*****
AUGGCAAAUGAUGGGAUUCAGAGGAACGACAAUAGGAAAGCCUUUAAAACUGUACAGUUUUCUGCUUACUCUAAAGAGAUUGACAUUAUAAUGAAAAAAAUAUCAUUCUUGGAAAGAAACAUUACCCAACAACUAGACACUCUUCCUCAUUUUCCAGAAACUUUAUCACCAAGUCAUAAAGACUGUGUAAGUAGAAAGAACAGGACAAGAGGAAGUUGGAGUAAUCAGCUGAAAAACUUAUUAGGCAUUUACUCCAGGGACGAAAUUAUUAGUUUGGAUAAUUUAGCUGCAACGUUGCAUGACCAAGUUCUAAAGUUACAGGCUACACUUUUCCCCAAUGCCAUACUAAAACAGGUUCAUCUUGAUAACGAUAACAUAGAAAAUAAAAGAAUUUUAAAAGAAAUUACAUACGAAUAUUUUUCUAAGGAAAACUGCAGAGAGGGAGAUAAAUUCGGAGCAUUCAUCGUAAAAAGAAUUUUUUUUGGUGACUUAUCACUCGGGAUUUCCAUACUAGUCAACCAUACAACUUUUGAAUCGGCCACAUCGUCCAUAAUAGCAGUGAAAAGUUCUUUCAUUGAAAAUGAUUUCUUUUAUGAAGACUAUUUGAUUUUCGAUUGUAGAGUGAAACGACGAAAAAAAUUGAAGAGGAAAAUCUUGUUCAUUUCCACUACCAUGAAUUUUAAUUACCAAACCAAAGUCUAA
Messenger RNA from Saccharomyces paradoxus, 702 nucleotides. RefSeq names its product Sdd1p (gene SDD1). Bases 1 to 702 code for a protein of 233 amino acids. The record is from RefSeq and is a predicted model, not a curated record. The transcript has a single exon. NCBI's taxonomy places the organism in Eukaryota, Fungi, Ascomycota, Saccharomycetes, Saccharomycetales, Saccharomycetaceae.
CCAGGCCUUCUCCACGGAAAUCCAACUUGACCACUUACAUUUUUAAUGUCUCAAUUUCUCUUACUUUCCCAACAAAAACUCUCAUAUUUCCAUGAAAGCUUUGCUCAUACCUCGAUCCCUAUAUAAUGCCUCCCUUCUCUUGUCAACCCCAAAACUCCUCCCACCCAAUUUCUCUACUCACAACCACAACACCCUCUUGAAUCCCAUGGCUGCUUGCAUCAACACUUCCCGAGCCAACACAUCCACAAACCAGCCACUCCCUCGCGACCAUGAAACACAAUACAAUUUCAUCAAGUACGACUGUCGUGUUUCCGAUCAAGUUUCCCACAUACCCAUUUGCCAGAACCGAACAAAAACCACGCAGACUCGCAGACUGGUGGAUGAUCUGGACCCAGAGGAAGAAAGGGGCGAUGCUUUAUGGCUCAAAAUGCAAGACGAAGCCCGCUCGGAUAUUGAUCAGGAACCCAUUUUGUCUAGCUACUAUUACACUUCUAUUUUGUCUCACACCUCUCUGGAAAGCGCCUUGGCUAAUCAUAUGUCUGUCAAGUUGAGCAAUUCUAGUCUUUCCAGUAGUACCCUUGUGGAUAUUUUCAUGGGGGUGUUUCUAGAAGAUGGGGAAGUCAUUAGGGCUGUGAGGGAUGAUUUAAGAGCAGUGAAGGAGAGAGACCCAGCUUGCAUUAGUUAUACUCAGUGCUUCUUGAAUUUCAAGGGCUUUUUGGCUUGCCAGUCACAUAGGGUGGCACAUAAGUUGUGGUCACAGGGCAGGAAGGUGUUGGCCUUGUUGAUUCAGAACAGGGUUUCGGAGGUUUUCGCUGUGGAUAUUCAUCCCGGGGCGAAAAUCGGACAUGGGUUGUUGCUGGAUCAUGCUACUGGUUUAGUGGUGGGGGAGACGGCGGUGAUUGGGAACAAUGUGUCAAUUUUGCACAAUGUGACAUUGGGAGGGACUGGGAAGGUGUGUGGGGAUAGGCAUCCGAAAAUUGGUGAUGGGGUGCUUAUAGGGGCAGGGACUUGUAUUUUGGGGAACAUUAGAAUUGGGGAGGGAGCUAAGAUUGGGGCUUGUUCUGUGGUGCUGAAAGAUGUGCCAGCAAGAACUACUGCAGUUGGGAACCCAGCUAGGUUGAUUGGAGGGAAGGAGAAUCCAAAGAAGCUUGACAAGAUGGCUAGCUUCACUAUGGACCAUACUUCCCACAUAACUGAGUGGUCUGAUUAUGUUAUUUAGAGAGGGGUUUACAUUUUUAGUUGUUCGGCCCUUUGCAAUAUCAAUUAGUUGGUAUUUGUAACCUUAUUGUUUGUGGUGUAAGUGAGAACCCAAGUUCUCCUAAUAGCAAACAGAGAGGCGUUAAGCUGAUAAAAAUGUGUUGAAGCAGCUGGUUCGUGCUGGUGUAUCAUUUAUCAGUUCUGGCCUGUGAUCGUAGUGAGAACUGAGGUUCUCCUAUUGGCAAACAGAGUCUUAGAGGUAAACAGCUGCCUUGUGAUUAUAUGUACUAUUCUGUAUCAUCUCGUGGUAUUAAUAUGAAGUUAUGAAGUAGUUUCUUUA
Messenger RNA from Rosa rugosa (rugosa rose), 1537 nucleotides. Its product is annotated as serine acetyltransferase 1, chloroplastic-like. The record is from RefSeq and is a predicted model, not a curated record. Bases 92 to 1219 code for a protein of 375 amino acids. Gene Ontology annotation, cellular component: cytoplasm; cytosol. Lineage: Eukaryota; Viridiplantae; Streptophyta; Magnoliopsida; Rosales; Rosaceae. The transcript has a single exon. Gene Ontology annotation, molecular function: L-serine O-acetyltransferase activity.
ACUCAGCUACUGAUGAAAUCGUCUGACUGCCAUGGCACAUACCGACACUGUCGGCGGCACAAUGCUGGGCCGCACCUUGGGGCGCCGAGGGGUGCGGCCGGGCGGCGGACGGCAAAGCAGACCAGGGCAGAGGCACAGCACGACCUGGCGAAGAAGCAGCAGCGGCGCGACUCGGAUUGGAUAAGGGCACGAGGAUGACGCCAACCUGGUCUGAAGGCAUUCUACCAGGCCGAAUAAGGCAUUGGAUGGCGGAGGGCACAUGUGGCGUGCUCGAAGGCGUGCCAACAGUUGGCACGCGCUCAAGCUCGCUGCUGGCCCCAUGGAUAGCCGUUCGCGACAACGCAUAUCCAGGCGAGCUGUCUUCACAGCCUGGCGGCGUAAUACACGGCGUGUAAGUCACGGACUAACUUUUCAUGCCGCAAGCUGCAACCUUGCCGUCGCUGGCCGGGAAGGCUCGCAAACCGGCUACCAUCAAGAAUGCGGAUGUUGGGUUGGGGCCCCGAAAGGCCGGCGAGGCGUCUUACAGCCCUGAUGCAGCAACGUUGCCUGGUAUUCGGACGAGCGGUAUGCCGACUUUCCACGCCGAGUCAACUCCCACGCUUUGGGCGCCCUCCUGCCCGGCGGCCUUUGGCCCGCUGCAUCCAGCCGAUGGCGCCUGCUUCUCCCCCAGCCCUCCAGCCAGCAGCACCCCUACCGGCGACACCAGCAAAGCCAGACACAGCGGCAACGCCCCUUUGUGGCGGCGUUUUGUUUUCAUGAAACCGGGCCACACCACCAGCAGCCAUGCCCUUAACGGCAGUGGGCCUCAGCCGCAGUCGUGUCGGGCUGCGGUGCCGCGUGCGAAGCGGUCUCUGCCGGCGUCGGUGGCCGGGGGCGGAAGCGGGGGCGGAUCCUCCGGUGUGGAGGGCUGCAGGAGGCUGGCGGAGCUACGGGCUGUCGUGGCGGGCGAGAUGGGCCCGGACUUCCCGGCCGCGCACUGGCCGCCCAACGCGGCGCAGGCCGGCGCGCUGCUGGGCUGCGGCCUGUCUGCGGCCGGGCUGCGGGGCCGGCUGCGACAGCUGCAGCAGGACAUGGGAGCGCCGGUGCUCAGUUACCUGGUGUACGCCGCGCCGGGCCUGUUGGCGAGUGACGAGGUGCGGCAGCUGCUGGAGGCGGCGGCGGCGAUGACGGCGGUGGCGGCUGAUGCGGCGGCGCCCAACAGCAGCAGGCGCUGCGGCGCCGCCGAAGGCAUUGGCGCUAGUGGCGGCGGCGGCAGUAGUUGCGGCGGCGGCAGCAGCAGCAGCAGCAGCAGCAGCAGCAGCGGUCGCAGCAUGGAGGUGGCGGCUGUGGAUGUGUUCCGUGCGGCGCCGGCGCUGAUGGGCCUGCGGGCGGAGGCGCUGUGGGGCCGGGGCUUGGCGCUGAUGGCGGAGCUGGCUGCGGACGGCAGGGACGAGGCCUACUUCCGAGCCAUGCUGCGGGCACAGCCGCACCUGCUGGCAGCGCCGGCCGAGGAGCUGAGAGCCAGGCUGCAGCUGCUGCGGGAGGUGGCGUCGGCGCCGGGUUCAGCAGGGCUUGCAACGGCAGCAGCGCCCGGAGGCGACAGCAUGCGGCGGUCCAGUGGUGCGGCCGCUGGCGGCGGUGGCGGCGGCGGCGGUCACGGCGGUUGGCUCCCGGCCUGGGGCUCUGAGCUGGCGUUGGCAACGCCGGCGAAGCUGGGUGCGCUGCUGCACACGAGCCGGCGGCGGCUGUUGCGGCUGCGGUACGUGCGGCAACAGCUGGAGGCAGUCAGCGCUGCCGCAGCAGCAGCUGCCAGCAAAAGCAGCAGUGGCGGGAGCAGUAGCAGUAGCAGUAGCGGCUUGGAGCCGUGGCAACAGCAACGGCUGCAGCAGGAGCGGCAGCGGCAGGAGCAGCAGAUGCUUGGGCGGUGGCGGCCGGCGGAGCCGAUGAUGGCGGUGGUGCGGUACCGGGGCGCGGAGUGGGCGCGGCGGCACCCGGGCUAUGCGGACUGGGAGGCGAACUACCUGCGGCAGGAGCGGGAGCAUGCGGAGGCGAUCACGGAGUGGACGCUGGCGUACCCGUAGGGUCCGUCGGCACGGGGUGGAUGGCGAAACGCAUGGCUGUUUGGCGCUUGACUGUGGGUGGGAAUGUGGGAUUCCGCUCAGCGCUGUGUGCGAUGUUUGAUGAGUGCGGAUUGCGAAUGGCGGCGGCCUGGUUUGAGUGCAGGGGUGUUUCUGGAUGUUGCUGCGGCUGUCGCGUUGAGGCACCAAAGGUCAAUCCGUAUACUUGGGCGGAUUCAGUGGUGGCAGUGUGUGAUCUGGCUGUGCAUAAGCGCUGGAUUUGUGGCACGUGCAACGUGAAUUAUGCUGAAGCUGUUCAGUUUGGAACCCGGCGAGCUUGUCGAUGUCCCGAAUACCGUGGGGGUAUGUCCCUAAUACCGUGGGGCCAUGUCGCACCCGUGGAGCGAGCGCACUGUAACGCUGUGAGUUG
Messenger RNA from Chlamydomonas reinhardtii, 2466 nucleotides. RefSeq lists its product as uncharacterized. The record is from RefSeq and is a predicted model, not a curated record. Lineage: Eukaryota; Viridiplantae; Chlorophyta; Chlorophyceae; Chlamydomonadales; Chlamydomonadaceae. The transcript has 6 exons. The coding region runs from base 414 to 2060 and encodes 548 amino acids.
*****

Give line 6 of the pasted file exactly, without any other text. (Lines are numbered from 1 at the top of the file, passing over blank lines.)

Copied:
Messenger RNA from Chlamydomonas reinhardtii, 2466 nucleotides. RefSeq lists its product as uncharacterized. The record is from RefSeq and is a predicted model, not a curated record. Lineage: Eukaryota; Viridiplantae; Chlorophyta; Chlorophyceae; Chlamydomonadales; Chlamydomonadaceae. The transcript has 6 exons. The coding region runs from base 414 to 2060 and encodes 548 amino acids.